A council has failed in its attempt to buy the prison where playwright Oscar Wilde was held.
Reading Prison, owned by the Ministry of Justice, was put up for sale last year. It has been unused since 2013.
Reading Borough Council said it was disappointed to lose out but has vowed to work with the successful bidder to ensure the prison's "huge historical and cultural value" was recognised.
The Ministry of Justice has declined to comment on the matter.
It is not yet known whether the prison site has been bought by anyone else.
The Grade II-listed jail, near Reading's Abbey Ruins, famously housed Oscar Wilde between 1895 and 1897.
Wilde spent two years at the jail for gross indecency after his affair with Lord Alfred Douglas was exposed.
Following his release, Wilde composed The Ballad of Reading Gaol inspired by his time as a prisoner and in which he reflected on the brutality of the Victorian penal system.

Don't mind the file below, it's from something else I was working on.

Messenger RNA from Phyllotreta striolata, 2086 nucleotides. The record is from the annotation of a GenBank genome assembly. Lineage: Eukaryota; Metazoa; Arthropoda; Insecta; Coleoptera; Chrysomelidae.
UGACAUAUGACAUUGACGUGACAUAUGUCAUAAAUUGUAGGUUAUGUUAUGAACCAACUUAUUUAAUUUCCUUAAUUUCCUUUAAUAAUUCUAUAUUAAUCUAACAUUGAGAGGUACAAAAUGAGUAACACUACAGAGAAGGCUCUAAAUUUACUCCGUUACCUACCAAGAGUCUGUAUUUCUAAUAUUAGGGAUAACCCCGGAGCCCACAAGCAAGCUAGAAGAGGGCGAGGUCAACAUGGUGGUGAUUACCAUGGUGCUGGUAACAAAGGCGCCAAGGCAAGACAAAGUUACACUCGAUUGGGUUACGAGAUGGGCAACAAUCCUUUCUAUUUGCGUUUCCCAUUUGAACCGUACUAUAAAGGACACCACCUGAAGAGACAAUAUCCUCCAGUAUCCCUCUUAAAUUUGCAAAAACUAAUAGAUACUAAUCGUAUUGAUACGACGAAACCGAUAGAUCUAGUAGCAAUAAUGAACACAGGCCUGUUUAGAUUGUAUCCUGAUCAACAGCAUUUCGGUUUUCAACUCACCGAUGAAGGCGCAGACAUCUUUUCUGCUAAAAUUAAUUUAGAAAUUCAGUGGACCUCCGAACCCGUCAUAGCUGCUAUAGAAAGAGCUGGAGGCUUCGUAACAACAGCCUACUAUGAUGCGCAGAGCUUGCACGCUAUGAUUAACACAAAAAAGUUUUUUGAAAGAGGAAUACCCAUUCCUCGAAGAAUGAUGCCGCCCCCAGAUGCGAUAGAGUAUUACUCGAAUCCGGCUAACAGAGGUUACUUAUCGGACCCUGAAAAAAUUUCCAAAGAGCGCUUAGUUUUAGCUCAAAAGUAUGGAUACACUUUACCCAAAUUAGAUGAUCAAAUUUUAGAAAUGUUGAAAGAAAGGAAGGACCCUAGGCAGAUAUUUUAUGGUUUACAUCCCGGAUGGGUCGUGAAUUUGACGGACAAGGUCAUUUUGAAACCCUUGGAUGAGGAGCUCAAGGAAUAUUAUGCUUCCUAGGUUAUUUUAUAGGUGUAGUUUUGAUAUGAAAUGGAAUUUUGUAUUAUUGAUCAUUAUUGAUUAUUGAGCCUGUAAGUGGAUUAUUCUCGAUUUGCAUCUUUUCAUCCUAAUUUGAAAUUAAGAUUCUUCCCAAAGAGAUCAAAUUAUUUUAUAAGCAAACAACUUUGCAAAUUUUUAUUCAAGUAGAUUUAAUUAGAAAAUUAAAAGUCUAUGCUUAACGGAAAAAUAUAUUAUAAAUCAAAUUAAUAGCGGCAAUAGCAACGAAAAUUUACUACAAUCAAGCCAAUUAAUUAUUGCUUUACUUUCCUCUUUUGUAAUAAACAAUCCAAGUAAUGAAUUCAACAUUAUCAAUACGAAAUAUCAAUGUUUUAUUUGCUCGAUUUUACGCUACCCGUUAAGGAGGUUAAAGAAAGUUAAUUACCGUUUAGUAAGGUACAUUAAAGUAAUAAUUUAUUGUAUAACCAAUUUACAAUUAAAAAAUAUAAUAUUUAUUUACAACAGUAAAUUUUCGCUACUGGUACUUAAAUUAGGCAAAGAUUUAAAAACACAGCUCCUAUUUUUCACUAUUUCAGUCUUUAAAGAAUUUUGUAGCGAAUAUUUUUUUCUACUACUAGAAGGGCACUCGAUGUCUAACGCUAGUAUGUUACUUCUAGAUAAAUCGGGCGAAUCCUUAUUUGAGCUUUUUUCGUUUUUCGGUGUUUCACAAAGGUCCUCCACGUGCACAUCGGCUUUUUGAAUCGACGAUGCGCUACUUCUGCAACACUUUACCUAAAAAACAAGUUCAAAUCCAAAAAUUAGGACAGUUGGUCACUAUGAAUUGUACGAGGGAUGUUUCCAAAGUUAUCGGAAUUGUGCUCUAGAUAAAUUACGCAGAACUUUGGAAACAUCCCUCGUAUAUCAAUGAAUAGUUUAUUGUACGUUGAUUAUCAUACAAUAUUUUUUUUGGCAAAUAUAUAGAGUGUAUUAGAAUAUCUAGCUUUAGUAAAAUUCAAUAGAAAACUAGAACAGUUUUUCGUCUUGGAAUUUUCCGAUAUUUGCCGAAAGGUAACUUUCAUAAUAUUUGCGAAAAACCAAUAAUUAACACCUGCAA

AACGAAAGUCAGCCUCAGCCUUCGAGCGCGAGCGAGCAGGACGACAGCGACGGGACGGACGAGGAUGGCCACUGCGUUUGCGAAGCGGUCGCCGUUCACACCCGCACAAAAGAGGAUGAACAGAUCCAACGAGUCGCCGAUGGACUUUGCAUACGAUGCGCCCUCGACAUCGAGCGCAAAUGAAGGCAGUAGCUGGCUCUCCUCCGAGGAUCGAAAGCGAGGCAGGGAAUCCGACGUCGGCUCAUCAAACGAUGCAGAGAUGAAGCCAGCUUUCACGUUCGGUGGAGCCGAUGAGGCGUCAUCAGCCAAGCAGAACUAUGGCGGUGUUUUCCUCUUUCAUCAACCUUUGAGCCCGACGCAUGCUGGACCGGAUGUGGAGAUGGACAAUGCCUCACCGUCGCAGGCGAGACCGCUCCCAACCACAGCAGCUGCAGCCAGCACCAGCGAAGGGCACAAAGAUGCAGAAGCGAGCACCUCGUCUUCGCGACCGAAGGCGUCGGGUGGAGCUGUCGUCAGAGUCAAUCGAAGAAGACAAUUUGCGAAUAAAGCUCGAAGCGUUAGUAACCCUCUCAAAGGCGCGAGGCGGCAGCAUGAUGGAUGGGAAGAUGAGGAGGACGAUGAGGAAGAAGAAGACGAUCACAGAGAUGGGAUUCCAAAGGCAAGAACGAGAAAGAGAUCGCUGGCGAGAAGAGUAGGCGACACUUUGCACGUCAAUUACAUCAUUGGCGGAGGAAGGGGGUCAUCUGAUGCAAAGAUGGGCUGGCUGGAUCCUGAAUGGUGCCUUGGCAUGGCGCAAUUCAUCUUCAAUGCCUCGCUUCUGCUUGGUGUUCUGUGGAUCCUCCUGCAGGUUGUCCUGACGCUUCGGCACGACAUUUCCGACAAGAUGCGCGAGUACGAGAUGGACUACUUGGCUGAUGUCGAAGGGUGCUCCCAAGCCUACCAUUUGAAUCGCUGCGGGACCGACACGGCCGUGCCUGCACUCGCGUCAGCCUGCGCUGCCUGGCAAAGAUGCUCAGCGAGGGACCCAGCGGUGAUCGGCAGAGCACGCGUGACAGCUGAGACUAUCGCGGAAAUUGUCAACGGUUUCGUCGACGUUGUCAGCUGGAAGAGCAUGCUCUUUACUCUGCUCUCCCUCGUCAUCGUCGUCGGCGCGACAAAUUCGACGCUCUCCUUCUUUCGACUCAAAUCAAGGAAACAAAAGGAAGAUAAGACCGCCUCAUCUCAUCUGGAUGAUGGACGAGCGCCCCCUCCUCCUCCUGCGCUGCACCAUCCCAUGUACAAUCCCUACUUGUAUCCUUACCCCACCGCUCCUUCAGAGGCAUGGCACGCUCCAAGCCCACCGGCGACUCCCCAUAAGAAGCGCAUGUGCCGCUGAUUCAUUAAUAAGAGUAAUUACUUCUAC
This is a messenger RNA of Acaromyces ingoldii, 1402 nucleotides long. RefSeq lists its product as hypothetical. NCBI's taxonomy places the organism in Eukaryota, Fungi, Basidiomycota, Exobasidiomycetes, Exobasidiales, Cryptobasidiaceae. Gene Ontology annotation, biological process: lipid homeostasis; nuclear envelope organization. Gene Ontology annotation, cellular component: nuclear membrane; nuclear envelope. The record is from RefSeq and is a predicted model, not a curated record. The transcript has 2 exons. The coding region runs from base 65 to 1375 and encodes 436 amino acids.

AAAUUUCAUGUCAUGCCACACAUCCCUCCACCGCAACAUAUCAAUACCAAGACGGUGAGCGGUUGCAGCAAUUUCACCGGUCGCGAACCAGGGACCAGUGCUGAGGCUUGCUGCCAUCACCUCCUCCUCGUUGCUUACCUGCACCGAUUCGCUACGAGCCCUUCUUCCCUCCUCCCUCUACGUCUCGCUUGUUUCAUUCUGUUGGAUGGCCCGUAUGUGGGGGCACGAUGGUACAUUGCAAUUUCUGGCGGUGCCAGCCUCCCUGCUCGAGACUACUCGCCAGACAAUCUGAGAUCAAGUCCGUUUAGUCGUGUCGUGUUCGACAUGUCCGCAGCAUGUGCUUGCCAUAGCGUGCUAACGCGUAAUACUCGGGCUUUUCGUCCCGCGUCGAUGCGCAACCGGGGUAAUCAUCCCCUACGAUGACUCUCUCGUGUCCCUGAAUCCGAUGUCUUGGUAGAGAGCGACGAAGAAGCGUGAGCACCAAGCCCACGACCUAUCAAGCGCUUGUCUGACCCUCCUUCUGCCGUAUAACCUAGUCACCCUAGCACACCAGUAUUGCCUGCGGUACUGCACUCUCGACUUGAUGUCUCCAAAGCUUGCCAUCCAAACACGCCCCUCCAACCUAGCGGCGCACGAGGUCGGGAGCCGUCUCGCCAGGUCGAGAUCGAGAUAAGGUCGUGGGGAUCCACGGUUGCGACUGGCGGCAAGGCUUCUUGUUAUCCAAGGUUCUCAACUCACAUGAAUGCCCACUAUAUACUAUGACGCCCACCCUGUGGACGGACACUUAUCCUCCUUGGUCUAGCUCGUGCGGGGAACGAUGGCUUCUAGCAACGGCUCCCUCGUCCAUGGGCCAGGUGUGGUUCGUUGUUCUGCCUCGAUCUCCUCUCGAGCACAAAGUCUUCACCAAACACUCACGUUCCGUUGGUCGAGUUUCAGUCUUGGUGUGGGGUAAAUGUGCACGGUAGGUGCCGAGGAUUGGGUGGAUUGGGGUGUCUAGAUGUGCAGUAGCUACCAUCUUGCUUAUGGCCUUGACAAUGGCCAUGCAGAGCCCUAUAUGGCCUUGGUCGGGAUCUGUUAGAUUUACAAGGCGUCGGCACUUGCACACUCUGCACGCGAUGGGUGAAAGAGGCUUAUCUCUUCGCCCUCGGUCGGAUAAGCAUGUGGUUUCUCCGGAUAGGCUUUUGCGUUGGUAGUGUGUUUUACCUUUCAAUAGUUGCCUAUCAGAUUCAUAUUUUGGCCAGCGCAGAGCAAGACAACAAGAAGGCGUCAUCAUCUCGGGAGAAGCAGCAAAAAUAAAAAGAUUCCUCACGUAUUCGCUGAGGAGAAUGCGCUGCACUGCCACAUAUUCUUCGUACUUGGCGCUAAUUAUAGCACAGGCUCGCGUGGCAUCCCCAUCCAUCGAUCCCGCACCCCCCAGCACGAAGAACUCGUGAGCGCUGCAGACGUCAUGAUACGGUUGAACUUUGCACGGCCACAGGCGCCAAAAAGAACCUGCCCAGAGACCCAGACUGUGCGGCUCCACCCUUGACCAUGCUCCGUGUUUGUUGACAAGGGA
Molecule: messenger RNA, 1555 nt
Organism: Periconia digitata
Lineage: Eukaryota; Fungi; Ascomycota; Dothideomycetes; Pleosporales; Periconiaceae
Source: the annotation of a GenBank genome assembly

The council said its planning policies were designed to protect the prison's historical, archaeological and cultural value that were "all of national significance".
Councillor Jason Brock, leader of Reading Borough Council, said: "We are naturally disappointed that the MoJ have rejected the council's bid."
He added: "I intend to meet with the successful bidder at the earliest opportunity to impress this upon them and want to work closely with them to ensure the historical and cultural value of Reading Prison is given prominence as plans are developed."
Steven Fry recently backed a campaign calling for the building to be turned into an arts and heritage site.
We are sad to announce @ReadingCouncil— Save Reading Gaol (@SaveReadingGaol) April 6, 2020
were not successful in their bid for #ReadingGaol. We will continue to campaign to persuade the, as yet, unnamed successful bidders to apportion part of the precious #heritage site for the #community 👊https://t.co/Y3RzgCYt8l